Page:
However, two bigger problems I had with this operating system were the slightly sluggish performance on some menu options, such as loading the camera. It’s not a big difference, but it is just a little slower than the T401g.
The biggest complaint, though, is that the short cut keys (up, down, left, and right on the main keypad) can not be customized by the user. I’ve explored all the menus and read the manual, and can’t find anyway to change them. They are preset to the following:
- up – Create new text message
- right – Sound settings (adjust ringtones and volumes)
- down – contacts menu (not directly to the contacts list, but the contacts menu – you’ll need an extra click to get to your list of contacts)
- left – messages menu
The right soft key, when at the home screen, is a shortcut to the web browser. This has been a problem on other models, but luckily it is not a problem on the r451c. Instead of loading the browser right away, the r451c asks you to “open slide,” and the browser will not load until you do so. So it actually ends up saving you money by preventing unwanted browser sessions.
The Samsung r451c can easily be connected to a computer using a standard Samsung USB data cable (such as these on Amazon). I was also able to connect to my PC as well as to other phones using bluetooth. I was able to transfer files from my r451c to my computer using either bluetooth or USB cable. Further, bluetooth worked great to transfer files between phones, too.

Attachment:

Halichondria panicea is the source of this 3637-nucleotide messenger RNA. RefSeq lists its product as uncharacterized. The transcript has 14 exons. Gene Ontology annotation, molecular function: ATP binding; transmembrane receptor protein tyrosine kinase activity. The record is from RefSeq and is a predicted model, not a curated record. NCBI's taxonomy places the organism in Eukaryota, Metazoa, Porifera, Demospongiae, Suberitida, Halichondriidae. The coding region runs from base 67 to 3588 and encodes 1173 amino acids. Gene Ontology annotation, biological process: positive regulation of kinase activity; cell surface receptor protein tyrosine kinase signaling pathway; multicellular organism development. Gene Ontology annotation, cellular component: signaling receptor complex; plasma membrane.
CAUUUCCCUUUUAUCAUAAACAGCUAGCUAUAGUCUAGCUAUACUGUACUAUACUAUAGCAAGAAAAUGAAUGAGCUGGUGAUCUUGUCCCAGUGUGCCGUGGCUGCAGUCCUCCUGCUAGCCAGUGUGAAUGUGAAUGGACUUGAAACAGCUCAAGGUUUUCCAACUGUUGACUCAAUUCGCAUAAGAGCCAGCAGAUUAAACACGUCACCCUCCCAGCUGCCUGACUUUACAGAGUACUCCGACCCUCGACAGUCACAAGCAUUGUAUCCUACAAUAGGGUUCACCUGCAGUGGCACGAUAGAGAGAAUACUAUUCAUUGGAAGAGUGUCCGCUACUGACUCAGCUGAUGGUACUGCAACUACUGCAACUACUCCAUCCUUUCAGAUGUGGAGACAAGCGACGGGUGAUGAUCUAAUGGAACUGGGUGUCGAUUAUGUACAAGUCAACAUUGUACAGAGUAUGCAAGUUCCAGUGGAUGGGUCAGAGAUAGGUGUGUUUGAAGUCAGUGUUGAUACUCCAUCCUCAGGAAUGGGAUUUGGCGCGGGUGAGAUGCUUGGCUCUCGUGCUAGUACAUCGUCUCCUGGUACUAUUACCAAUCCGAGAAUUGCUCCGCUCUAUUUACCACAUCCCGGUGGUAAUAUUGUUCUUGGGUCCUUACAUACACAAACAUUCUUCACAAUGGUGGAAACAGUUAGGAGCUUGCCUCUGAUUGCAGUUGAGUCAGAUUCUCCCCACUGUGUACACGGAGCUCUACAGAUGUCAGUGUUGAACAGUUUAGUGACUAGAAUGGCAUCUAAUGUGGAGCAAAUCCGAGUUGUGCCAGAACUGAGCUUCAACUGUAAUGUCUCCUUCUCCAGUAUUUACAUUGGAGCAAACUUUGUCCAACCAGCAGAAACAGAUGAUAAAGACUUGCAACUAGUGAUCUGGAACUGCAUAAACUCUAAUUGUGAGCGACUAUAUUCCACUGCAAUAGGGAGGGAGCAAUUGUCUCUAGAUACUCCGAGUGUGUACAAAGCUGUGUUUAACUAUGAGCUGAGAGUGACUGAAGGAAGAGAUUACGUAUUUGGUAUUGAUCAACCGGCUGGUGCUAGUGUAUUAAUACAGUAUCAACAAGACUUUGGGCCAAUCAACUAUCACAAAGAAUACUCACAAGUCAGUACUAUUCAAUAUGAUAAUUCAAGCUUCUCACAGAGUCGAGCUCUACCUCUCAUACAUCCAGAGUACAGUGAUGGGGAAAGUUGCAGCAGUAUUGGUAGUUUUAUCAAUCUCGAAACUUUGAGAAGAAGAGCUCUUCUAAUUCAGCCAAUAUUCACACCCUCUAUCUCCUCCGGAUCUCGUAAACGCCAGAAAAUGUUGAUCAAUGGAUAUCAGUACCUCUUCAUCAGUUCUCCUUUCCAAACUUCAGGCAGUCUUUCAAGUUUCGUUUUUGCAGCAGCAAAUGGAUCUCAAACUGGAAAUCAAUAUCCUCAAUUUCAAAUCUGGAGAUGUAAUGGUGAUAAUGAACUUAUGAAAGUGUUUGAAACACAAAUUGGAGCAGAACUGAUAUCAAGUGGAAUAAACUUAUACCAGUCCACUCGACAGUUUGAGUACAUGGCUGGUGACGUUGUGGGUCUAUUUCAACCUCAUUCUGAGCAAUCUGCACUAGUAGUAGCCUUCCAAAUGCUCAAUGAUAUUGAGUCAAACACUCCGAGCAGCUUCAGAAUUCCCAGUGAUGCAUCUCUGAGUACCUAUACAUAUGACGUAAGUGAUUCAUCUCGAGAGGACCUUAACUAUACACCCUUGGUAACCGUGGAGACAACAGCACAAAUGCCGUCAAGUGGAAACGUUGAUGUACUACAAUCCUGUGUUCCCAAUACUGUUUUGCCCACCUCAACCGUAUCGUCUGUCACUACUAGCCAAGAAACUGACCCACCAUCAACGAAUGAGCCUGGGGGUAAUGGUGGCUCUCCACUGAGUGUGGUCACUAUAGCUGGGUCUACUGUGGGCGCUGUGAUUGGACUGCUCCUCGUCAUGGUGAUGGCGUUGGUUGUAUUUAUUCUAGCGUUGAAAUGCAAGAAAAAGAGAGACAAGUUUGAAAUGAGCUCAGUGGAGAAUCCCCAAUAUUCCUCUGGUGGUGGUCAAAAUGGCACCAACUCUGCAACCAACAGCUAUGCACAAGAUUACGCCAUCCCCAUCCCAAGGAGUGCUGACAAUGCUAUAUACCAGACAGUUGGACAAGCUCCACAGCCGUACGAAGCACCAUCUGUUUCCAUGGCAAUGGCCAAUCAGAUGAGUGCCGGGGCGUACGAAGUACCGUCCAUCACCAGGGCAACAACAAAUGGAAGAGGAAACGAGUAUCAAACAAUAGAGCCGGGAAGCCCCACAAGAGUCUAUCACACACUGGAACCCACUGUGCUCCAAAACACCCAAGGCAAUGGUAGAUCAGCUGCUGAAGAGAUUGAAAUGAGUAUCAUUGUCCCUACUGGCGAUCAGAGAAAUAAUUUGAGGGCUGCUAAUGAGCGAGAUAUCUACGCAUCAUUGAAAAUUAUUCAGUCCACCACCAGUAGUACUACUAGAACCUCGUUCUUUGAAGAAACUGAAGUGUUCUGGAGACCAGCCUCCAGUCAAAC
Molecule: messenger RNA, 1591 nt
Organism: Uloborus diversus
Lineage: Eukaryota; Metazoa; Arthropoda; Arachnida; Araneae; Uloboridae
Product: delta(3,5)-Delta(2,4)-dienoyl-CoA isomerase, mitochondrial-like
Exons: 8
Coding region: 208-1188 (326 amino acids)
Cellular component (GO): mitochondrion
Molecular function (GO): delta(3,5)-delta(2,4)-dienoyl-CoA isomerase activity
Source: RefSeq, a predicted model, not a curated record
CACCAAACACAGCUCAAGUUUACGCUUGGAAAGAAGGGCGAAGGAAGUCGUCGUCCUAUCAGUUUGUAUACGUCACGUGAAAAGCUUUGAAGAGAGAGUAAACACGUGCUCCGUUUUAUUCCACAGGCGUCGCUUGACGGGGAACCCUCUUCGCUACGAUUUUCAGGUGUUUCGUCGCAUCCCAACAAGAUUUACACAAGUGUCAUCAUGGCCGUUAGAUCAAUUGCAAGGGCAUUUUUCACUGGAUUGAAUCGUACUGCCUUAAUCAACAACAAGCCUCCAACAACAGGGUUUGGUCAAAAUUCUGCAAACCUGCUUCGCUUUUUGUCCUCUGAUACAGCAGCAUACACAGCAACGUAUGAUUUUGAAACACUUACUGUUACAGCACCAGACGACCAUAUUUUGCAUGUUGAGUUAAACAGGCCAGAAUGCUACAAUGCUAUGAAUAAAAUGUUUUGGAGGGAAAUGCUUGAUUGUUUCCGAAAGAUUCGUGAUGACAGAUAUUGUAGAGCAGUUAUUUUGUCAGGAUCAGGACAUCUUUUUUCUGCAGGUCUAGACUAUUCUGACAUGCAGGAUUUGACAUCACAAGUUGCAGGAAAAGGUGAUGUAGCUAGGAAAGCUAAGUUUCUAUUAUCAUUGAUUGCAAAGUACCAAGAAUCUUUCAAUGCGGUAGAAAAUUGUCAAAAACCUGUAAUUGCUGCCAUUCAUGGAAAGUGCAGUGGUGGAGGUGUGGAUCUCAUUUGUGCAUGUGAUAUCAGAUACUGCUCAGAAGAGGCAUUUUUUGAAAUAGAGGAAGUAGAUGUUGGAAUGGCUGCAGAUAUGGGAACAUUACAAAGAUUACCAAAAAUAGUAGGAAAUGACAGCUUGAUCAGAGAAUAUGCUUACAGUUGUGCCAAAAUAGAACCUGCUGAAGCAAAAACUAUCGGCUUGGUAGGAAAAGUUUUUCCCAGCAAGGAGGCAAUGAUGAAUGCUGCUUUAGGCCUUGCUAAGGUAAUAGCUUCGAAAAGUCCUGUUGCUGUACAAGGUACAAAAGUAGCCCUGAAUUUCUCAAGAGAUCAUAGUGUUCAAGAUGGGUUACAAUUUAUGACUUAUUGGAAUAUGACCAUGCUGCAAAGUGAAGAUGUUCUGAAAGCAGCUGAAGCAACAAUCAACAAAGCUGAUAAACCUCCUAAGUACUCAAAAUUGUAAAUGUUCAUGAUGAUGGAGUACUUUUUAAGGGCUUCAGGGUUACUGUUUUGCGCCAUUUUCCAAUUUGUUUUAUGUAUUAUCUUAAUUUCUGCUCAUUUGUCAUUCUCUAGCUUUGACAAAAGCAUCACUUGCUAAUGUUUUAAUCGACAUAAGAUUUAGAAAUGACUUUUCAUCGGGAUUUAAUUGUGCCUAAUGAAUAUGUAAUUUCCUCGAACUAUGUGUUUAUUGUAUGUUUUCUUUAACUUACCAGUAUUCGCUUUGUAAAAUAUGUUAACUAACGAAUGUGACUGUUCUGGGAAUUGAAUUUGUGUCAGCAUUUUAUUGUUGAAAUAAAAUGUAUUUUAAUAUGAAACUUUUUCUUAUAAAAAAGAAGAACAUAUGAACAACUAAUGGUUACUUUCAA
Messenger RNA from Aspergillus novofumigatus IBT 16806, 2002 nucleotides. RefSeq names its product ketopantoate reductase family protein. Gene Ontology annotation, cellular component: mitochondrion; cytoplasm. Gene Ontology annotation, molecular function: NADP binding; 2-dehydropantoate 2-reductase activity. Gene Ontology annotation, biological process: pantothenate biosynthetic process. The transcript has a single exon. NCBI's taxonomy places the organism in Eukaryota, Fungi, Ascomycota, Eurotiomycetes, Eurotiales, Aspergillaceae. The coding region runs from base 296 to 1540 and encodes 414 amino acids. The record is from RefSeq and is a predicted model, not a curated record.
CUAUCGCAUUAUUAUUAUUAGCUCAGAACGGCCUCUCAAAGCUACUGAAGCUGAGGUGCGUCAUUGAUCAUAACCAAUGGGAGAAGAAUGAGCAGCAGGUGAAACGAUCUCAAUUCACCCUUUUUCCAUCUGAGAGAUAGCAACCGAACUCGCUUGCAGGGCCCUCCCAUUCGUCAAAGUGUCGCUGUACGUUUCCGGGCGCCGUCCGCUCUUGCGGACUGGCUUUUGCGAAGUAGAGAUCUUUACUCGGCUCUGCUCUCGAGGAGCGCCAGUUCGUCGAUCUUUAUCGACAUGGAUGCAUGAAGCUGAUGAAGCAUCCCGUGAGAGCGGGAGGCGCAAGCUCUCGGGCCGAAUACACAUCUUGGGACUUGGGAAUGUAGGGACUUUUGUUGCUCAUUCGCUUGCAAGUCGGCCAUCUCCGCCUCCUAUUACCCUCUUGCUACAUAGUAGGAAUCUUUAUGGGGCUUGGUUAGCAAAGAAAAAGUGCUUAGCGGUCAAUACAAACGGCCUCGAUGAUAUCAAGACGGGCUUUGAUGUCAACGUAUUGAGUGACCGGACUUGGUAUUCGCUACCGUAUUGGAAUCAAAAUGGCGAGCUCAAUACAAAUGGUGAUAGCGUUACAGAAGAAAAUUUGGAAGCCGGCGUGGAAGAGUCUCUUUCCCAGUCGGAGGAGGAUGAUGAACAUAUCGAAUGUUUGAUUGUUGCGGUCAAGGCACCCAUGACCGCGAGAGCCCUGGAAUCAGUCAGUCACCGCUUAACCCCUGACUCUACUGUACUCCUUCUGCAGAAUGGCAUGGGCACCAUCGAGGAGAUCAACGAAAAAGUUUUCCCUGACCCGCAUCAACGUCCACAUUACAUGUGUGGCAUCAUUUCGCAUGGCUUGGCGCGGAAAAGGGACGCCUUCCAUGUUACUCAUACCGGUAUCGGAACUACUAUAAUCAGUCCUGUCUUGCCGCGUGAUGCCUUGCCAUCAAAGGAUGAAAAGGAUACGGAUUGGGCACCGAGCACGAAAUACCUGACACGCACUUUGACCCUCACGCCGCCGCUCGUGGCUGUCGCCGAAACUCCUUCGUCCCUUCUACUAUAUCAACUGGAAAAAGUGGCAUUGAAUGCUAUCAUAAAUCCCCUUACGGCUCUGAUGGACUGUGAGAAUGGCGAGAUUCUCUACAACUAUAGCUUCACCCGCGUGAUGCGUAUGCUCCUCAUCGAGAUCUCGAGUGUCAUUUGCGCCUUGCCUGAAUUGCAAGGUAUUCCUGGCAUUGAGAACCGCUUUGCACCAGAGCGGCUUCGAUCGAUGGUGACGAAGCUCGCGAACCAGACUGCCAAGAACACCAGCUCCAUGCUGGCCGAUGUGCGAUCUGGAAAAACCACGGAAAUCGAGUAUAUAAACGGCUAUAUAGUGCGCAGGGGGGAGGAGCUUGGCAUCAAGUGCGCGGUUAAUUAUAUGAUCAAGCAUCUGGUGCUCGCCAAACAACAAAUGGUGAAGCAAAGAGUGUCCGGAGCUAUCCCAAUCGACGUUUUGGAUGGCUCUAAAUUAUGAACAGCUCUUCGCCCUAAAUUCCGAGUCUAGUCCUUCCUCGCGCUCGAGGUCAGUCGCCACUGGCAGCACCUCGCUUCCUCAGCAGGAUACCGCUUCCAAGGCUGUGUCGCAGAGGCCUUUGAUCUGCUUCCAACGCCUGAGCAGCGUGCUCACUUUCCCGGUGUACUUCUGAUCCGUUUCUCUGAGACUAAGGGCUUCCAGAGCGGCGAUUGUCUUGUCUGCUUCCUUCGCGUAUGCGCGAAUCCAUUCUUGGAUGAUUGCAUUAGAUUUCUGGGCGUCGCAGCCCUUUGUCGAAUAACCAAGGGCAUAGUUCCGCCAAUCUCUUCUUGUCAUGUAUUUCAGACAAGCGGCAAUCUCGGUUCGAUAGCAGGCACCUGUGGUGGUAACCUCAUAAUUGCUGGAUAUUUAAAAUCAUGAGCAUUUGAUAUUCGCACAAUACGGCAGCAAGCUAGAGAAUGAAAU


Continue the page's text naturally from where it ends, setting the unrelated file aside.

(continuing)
The bluetooth also worked fine for voice calls using my headsets, so I expect that it will work fine with most bluetooth audio devices. I am frequently asked whether BT phones can use the phonebook capabilities of certain in-vehicle navigation systems and stand-alone GPS systems, but since I have neither of those I can’t answer that question. I also cannot tell how well the T401g works with stereo bluetooth devices for audio playback, although the device does support this function.
One other question that I get a lot is whether a phone can be used as a modem for dial-up internet access. I don’t have a dial-up internet account to test this, but even if I did I don’t believe it’s possible with the r451c. On other phones, I’ve noted that they include a menu option to set the phone as either “USB disk” or “USB Modem.” On the r451c, there is no “USB Modem” option. So if you need a phone that you can use to connect to the internet with your laptop, I don’t think this is the answer. If someone can prove me wrong, though, I’d be thrilled to hear about how you did it. Please let me know in the comments section.
Well, that’s all for this installment of the review; I’ll be back soon with yet another segment in which I’ll cover the fun stuff like camera, mp3 player, games, memory card slot, and other tools.
I’m going to wrap it up there for now. I’ll be back soon with more info on the camera, mp3 player, browser, and other features. As usual, I suggest you subscribe to my blog to receive email updates, and/or check out the Samsung r451c review index page for more content as it is posted.
If you want to post comments or ask questions about the Samsung r451c, please do so on the review summary page.